Publisher: African Studies Association

Ralph Bunche and African Studies: Reflections On The Politics of Knowledge

Pearl T. Robinson
KEYWORDS: Ralph Bunche and African Studies: Reflections on the Politics of Knowledge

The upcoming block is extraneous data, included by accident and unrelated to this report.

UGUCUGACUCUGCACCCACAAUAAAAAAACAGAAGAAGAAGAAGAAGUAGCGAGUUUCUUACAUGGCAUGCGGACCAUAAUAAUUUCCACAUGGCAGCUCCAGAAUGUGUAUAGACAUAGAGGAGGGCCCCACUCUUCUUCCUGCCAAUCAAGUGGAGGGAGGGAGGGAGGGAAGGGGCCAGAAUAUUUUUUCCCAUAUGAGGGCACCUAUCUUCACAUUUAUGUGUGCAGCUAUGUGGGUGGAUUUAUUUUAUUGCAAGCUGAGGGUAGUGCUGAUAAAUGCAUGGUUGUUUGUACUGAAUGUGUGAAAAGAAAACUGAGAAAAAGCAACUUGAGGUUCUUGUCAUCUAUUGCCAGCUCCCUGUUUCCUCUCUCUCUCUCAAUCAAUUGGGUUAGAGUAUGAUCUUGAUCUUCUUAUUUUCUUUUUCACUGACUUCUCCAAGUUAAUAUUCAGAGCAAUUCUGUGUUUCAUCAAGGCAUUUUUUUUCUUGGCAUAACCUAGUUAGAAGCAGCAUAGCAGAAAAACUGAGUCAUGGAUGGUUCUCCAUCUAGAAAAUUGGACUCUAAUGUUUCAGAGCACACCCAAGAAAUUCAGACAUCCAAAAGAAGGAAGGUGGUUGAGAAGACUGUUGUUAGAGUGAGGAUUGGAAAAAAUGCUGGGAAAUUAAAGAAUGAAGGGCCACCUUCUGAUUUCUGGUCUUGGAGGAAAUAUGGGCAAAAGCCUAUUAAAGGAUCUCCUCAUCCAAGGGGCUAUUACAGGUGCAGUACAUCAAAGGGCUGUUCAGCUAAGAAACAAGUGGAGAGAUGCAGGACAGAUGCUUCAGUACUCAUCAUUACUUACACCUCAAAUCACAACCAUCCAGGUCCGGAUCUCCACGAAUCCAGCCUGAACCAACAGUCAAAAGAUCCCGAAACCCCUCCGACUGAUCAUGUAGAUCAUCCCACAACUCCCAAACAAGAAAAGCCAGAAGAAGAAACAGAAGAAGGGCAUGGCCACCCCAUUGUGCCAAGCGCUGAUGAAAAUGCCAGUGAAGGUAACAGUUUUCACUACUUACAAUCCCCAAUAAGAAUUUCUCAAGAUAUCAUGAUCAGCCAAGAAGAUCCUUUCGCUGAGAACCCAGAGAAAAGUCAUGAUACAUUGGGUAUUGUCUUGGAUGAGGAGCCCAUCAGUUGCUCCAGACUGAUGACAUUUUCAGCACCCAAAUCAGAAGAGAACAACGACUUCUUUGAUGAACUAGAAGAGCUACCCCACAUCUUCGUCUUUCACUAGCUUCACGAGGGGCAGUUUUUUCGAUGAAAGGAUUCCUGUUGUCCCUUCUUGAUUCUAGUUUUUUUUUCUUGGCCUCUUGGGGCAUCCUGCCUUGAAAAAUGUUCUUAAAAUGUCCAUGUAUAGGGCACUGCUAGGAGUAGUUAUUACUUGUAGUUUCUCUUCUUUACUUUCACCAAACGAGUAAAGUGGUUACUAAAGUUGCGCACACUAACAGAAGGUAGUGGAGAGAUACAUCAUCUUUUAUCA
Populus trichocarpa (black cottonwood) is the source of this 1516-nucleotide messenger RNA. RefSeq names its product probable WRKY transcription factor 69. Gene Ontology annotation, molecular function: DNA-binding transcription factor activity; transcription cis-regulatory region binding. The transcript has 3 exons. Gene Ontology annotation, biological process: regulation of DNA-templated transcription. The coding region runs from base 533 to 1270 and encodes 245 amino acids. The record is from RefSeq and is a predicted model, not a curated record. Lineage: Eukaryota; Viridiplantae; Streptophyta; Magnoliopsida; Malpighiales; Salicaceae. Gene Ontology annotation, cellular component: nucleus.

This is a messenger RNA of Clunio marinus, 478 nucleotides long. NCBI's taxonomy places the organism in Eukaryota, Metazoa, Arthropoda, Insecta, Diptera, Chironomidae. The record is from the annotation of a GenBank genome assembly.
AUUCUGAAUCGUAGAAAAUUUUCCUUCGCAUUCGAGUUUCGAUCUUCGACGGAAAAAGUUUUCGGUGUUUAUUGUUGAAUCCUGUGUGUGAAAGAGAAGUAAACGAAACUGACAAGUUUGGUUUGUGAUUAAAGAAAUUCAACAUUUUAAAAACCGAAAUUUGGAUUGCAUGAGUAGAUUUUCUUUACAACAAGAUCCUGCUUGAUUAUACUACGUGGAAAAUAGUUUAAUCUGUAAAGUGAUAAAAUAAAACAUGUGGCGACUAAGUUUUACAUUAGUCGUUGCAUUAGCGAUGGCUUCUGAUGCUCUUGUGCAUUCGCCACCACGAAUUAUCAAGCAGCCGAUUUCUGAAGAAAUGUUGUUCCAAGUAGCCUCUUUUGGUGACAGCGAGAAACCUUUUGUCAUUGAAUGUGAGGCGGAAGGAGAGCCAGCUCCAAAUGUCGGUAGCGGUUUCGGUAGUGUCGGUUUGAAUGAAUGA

“The dominant force in modern Africa is that of change.” These words, penned by Ralph Bunche in his 1934 doctoral dissertation (72), prefigured the ethos of what would come to be called, by the 1950s, the new field of African studies. Bunche's thesis, written for Harvard's Department of Government, offered a comparative analysis of French colonial administration in Dahomey (a colony under French rule) and Togoland (a League of Nations Mandate administered by France). His treatment of the subject wove together debates about colonial administration, race relations, and the responsibilities of the international community toward dependent peoples and non-self-governing territories—with the ultimate goal of producing a work of both academic and policy relevance. As a fundamental principle, Bunche insisted that the study of Africa should not be divorced from the study of the larger sweep of world history and global change because “the African is exposed to the pressure of forces of an outside world which is itself in process of transformation” (1934:73). Moreover, in a stance that was unusual for its time, Bunche set out to study Africa from the perspective of the African

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